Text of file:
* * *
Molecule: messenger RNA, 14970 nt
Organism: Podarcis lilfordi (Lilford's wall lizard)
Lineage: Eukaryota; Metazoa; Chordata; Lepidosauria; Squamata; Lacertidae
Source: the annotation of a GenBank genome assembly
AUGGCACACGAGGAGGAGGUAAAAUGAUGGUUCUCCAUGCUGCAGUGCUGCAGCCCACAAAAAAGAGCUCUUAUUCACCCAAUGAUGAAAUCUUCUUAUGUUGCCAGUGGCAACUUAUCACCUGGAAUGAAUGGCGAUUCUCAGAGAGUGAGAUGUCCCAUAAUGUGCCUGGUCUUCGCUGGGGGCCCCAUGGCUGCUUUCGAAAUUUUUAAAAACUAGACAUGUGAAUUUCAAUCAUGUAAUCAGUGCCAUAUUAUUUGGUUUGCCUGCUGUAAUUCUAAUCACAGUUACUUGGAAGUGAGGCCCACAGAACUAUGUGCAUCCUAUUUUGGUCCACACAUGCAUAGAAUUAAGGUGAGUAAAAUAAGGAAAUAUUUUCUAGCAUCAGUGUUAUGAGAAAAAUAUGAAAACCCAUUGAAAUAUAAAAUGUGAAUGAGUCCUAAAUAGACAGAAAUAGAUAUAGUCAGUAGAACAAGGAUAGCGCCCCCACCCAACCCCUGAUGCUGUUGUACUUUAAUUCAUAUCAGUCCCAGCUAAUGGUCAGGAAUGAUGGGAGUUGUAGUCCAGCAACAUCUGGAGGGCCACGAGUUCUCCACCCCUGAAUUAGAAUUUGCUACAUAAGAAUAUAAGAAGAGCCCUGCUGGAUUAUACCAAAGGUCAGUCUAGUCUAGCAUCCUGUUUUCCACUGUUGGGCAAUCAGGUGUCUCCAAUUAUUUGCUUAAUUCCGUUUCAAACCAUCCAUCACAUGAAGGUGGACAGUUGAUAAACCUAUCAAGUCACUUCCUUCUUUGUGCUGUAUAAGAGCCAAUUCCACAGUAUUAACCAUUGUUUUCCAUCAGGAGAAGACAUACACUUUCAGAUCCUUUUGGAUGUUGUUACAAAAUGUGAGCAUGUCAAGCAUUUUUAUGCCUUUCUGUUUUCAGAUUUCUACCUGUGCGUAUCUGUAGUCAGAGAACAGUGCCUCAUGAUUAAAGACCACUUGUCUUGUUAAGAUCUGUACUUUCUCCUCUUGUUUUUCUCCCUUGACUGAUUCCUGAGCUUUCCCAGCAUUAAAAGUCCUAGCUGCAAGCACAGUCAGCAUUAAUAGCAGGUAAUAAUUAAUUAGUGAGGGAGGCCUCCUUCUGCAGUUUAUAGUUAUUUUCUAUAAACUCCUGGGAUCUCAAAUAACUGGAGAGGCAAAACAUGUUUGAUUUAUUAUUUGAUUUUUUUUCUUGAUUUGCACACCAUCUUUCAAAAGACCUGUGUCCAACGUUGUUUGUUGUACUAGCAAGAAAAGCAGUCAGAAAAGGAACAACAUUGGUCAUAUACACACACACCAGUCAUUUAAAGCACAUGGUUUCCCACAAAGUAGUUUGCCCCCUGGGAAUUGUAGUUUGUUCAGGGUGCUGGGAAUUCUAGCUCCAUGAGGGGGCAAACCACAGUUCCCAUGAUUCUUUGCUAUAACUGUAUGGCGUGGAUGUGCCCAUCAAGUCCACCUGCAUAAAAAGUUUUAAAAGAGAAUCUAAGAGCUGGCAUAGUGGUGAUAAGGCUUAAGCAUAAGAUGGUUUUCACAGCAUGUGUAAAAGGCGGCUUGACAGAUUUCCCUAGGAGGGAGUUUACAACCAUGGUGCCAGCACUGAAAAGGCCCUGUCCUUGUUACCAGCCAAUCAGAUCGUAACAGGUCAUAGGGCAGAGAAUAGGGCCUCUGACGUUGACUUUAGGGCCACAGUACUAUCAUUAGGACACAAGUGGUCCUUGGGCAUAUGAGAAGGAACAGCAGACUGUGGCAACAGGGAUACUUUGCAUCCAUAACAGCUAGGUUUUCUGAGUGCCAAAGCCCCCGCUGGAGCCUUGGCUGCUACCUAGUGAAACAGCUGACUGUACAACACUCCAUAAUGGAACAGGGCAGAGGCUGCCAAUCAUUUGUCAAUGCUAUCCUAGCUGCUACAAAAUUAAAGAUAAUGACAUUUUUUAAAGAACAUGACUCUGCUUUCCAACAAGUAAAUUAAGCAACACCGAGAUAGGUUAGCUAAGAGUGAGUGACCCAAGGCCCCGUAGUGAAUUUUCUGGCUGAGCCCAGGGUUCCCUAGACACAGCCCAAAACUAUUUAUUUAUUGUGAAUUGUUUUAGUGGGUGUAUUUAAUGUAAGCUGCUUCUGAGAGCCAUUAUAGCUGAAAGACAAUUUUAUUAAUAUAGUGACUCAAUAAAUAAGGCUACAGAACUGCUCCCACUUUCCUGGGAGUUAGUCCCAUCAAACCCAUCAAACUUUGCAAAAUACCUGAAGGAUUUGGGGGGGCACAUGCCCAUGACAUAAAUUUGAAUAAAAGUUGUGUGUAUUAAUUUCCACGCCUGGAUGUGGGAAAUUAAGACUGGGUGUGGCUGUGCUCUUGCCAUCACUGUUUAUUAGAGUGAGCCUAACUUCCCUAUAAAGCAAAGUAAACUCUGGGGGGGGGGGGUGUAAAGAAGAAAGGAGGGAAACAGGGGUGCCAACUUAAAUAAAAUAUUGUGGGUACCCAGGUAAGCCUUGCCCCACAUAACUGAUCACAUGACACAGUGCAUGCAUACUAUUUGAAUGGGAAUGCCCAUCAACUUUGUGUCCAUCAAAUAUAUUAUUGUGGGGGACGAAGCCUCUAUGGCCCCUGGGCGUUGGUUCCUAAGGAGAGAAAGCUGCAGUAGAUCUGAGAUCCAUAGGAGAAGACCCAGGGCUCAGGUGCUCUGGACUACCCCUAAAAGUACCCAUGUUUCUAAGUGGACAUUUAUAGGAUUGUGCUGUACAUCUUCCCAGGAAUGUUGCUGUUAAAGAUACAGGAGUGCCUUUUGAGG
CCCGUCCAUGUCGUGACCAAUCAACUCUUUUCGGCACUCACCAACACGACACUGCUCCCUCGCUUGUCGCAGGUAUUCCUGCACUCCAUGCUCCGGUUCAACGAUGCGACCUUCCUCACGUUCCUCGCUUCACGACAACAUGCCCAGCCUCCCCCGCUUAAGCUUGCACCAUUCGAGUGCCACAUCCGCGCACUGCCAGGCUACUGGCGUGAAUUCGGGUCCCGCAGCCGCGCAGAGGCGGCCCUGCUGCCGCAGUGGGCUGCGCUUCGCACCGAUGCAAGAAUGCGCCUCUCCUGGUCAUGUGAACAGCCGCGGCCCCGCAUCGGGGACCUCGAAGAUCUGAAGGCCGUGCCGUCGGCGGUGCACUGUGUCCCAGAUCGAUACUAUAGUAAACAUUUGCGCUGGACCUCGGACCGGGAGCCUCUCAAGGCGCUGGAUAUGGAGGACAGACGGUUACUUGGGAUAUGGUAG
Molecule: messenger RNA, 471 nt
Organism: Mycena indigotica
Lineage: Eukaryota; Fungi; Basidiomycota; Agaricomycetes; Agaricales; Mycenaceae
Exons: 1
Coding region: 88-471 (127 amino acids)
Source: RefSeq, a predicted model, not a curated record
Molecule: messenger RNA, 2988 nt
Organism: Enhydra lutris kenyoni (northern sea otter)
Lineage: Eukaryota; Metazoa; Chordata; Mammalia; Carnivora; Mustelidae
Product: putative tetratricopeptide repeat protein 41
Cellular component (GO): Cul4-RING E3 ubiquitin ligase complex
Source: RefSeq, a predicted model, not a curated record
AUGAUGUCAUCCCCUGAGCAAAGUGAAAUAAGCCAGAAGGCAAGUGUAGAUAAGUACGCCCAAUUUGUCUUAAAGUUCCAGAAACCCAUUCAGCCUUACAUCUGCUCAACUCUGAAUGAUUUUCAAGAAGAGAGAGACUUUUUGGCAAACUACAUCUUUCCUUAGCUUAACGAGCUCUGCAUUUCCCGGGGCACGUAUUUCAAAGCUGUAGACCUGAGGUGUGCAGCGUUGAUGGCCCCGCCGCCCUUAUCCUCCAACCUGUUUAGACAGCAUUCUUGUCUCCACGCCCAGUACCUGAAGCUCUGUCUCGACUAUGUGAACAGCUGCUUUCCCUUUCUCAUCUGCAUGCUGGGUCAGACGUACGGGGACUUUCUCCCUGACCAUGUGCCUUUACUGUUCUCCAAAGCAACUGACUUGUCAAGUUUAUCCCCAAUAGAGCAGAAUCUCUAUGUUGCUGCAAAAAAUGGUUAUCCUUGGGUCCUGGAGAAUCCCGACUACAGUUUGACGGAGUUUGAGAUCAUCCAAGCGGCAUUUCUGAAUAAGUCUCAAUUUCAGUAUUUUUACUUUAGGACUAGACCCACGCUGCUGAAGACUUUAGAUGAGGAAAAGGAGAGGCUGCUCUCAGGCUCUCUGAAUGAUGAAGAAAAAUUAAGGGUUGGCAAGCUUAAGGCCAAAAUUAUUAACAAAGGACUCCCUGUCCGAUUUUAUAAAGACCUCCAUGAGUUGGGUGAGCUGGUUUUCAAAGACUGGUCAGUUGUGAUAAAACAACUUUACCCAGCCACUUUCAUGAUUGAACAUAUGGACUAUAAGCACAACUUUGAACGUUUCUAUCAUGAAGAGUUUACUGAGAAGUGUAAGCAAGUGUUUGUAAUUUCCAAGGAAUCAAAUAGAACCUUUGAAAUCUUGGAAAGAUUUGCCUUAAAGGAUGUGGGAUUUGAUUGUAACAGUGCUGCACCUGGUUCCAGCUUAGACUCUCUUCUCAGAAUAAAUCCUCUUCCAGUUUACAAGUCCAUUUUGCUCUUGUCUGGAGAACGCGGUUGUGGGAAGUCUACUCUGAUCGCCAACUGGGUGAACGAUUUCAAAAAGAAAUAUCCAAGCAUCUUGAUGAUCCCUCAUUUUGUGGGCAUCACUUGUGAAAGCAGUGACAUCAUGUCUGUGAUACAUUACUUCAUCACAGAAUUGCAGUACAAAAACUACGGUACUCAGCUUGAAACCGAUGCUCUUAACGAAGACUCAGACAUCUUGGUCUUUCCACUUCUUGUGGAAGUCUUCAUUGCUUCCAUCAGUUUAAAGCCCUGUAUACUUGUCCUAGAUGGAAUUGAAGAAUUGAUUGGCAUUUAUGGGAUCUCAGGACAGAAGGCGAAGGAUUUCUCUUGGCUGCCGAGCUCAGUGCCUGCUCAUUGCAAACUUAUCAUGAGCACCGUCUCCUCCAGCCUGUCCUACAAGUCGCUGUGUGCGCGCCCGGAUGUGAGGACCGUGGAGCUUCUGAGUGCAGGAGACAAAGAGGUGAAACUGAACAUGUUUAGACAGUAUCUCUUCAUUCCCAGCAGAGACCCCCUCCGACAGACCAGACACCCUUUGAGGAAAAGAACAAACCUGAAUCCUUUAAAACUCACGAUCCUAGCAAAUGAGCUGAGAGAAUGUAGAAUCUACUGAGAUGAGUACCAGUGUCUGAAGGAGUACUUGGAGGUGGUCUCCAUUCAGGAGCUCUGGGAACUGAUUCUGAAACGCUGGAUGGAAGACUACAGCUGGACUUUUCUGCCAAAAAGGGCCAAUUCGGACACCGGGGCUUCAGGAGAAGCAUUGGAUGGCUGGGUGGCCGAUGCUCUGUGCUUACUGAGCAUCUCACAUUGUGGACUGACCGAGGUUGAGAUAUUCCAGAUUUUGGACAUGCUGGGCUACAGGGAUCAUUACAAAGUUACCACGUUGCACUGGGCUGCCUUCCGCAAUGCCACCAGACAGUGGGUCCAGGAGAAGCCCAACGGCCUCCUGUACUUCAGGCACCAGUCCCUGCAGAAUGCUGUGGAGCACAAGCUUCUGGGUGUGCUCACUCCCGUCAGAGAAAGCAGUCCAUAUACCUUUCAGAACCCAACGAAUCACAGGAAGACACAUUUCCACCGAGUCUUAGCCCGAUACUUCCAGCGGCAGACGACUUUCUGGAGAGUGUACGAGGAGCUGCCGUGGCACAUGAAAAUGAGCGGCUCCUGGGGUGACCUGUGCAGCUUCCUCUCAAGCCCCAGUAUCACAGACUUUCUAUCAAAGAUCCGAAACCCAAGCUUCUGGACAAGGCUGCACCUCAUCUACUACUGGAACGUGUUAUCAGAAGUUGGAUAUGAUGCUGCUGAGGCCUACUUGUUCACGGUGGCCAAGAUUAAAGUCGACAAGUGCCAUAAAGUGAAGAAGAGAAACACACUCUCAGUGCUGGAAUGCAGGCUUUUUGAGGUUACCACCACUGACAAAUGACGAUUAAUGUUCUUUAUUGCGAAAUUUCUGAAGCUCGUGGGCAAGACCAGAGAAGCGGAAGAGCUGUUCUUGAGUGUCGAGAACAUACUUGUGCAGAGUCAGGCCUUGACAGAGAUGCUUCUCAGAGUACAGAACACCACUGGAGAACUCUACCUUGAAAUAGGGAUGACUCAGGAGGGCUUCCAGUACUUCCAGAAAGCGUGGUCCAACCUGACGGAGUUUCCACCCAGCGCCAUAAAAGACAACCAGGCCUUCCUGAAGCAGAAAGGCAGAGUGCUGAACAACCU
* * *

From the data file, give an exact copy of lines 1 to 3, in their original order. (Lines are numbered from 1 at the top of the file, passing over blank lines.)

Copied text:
Molecule: messenger RNA, 14970 nt
Organism: Podarcis lilfordi (Lilford's wall lizard)
Lineage: Eukaryota; Metazoa; Chordata; Lepidosauria; Squamata; Lacertidae